Monday, April 11, 2016


I Hope This Was Useless

I did my usual panel-hopping at AACC on Monday, but one panel was so much more moving and potentially important than the others that it’s getting the entire post to itself.  I hope it will prove to be useless, but I fear that it won’t.

Rita Cavin is the former interim president of Umpqua Community College, in Oregon.  She was in office on October 1, 2015, when the mass shooting happened there.  She discussed the aftermath, and offered lessons in preparation for other colleges.

There’s typically a certain level of ambient noise at panels.  It’s not bad or distracting, but it’s there.  When she spoke, the noise was notable for its absence.  We were riveted.  I caught myself tearing up a few times, which is unusual for me; when I looked around, I noticed plenty of others doing the same.  It’s just too easy to imagine it happening anywhere.

I can’t really do justice to her presentation, though I typed as fast as I could.  Some takeaways:

Mary Spilde, the president of Lane Community College, followed with a discussion of the support that Lane and other community colleges offered in the immediate aftermath.

Anne Marie Levis spoke about her role managing crisis communications.  Her emphasis was on the importance of diverting press -- who could seem intrusive and even aggressive -- from everyone else on campus so they could get back to normal as quickly as possible.  She and the president made a strategic decision to forego any invitations to enter into the national debate about guns, on the probably-correct assumption that it would become a distraction.  Rather than allowing Umpqua to become a talking point for one side or the other, they focused entirely on getting back to work.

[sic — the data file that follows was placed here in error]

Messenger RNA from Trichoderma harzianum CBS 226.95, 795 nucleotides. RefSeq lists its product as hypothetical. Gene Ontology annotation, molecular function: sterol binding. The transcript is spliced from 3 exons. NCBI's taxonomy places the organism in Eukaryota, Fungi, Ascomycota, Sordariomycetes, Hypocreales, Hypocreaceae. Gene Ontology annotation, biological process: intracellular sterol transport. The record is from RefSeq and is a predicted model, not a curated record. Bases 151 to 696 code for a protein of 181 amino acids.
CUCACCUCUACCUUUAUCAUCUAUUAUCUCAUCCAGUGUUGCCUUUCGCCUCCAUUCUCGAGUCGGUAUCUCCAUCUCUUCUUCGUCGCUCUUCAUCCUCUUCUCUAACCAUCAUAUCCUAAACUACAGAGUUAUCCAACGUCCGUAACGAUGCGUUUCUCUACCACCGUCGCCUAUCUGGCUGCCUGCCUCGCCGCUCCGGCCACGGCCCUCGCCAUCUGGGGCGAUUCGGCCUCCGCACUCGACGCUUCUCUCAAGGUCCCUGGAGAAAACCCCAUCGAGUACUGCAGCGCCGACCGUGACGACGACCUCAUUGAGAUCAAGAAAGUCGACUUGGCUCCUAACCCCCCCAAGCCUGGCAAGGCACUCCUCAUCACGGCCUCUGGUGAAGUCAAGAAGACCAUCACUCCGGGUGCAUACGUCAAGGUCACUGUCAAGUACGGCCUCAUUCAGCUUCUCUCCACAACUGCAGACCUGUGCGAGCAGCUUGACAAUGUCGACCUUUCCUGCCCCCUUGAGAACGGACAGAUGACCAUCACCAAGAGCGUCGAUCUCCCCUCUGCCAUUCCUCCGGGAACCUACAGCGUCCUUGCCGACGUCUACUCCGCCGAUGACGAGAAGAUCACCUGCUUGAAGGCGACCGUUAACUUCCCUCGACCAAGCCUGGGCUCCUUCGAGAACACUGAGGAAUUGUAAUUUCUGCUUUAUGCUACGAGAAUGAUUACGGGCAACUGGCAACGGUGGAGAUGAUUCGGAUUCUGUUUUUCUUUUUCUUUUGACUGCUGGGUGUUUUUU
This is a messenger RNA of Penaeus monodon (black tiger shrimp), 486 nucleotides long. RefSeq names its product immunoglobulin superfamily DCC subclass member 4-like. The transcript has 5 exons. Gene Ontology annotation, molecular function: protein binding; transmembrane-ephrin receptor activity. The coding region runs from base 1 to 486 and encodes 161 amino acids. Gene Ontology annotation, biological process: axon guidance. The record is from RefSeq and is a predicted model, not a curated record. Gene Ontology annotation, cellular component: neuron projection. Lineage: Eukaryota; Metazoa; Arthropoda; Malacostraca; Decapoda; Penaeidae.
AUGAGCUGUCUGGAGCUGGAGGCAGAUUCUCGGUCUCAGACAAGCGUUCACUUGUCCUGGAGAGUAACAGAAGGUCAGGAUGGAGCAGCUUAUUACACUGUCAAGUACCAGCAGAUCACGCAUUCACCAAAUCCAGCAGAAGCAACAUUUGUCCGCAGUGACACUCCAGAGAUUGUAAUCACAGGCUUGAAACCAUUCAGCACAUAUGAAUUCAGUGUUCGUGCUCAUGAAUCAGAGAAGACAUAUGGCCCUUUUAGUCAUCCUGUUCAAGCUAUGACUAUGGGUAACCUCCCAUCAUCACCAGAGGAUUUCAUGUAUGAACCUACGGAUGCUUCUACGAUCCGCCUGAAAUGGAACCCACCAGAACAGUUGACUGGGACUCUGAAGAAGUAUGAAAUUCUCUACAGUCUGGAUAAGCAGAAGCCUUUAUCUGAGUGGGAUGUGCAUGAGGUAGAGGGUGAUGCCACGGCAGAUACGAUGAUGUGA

I don’t recall ever seeing a q-and-a period that combined as much participation with as much respect.  In response to one question, Spilde noted that it’s crucial to do drills frequently, because as soon as the “honeymoon” passes, people will start looking for someone to blame.  If you haven’t run drills in a while, you’ll become the villain.  The panel was divided on whether to do drills when students are present.  On one side, it would be the most thorough and accurate preparation.  On the other, it could be traumatizing in itself.  (Cavin mentioned that the students who had experience with guns were the first to recognize the sounds of gunshots as gunshots.  They were the first to urge people to take cover.  A point as subtle as that one suggests that steering clear of the political debate was the right call.)

Cavin noted, too, that it’s easy to forget to help the helpers.  She noted that the leaders of student government stepped up in amazing ways, but that their needs for counseling weren’t immediately recognized.  

In my perfect world, we wouldn’t need to know any of this.  But we might, and probably without warning.  My thanks to Rita Cavin, Mary Spilde, and Anne Marie Levis for sharing some of the hardest-won wisdom I’ve heard.

I'm doing a little bit of work on the Christchurch earthquake (New Zealand) of 2011 that killed 185 people and came across their "All Right?" website.

They talk about different phases of recovery which seemed to fit in with what you were talking about.
(Editing the bottom half of this page -

The Heroic Phase
This is the first phase following any disaster – it's a time when adrenalin is running high and there's a massive focus on saving each other and property.

The Honeymoon Phase
This can extend from one week to several months after the disaster. It's a time when hope and optimism are at the forefront. There's a feeling that help will continue to be available and that things will return to normal soon. Typically there is a lot of help and emotional support available at this time and people feel very proud of surviving the event.

The Disillusionment Phase
This is the phase where reality sets in. People start to realise how long recovery is going to take and the red tape involved. The length and severity of this phase will depend on the extent of loss and the resources available but it can last several years.

Reconstruction Phase
Good news! This phase sees people gradually returning to their regular routines and life 'as normal'.

Their front page is worth looking at too.
It's winding down now although there are still big aftershocks every now and then.

And my thanks to you.
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